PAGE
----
Calendula (Calendula officinalis) borders vegetable beds in George Washington's garden on a misty morning at Mt. Vernon. I use petals of calendula to garnish salads, and to color and flavor white rice.

We plan to make this a regular feature at Garden Bytes. Hint: you might want to start photographing your photogenic pets in the garden. Meow.


13 comments:

Cheval said...

The garden at Mount Vernon was so beautiful that morning..so glad you have shared it! Cheval

Ellen Spector Platt said...

And we have you to thank for making that quiet 6am possible! Great tip for garden photography. Find a way to enter the garden before the hordes of tourists.

Victoria said...

Oh my goodness, you've set a very high standard! I'll have to go and have a very careful look at my herb patch. Most of mine are looking a bit crispy round the edges (and not in a good way).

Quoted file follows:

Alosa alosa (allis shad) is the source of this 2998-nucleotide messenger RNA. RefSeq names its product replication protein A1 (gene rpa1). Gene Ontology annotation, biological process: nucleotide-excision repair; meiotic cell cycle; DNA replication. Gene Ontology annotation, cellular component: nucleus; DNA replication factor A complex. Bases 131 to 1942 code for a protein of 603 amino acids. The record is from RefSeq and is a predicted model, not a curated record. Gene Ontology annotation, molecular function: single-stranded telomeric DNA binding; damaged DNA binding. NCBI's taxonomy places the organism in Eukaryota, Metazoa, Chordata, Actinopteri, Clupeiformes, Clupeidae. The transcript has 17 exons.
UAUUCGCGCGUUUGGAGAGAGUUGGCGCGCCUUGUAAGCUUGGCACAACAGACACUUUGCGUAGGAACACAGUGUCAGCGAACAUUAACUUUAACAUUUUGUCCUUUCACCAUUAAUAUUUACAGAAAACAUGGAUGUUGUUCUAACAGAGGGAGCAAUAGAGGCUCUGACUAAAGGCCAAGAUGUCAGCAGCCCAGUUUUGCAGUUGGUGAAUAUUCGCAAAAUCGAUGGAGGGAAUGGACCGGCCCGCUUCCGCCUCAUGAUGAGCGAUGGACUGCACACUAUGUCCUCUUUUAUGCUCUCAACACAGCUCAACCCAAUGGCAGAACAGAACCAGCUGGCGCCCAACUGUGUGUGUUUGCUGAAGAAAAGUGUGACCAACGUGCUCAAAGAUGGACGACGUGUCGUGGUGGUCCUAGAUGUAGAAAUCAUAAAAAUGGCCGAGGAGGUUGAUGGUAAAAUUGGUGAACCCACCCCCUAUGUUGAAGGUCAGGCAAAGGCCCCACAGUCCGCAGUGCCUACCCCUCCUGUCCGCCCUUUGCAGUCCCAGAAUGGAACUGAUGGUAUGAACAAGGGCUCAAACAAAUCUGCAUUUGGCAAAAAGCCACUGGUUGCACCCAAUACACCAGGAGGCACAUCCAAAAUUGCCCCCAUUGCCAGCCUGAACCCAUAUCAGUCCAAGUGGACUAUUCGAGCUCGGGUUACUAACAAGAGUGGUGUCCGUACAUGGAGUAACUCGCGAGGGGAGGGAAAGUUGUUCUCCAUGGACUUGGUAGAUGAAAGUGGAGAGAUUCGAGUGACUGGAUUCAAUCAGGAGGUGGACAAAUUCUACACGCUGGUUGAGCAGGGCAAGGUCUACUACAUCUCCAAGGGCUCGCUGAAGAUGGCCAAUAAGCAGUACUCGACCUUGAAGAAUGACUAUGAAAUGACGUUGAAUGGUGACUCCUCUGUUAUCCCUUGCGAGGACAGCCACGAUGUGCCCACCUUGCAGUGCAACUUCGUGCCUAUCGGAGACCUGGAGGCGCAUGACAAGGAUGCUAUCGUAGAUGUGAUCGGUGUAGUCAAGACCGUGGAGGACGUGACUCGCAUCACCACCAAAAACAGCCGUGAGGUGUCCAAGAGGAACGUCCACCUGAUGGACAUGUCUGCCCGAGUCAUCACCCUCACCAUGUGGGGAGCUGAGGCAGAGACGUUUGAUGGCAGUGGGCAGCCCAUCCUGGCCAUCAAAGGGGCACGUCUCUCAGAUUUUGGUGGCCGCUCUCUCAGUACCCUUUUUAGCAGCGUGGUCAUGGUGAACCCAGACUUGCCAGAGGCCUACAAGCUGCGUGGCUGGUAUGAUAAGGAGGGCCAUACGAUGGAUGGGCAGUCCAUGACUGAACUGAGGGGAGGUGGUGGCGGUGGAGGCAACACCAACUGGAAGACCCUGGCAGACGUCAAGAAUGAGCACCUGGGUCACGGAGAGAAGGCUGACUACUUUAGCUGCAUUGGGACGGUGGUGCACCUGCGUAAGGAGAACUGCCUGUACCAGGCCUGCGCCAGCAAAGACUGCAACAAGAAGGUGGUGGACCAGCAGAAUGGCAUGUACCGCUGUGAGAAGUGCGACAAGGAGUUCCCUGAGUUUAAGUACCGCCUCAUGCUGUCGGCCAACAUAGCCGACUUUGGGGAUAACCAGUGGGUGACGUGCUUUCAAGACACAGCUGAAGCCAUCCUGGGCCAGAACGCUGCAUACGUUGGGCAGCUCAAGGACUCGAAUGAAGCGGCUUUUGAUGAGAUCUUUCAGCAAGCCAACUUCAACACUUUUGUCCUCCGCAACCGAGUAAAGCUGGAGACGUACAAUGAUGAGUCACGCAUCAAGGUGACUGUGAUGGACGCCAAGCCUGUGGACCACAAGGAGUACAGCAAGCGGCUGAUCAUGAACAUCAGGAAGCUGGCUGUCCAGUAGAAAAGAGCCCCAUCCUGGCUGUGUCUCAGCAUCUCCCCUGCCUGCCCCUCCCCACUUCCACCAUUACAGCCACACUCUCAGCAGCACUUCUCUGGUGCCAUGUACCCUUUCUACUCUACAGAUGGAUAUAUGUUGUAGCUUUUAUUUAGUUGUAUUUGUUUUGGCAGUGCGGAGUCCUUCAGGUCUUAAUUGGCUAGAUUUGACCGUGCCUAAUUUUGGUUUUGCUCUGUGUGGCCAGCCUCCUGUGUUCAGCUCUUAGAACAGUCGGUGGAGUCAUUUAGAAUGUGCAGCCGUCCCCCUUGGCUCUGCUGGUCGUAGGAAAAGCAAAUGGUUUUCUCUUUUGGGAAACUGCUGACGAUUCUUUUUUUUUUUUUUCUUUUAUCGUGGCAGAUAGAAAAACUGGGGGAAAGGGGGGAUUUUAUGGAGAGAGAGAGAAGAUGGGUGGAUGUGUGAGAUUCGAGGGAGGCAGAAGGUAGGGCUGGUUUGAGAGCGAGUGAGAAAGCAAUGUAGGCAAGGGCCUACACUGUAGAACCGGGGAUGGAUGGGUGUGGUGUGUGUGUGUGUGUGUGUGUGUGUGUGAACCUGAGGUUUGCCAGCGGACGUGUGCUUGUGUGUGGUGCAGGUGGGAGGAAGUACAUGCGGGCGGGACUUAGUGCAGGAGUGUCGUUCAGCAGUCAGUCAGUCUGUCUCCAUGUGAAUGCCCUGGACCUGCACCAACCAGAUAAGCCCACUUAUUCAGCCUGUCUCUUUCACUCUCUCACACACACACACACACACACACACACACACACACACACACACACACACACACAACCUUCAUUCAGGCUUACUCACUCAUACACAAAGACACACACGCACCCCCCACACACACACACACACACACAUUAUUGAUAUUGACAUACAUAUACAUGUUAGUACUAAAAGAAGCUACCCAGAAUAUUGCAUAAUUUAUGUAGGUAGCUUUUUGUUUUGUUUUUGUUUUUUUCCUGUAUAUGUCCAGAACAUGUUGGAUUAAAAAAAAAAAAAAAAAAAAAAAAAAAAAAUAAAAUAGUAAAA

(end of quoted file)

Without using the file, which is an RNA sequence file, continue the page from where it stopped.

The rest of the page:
Ellen Spector Platt said...

Victoria, how do your neighbor's herbs look?

nestinstyle said...

I wanna play, where do I send my photos?

Ellen Zachos said...

Hi Jayme,

Since you're a blogger, I imagine it would be easiest for you to post up to three images in a post of your own, then come back here to GardenBytes and leave a comment with a link to your post. We'd also like it if you'd include a link to our contest post in your entry post. Hope that's clear, and thanks for playing!

LN

Jen said...

Hello Ellens--

I posted an entry on Facebook so you can find it there on Jennifer Platt Hopkins wall.

happy herbing--j

nestinstyle said...

LN,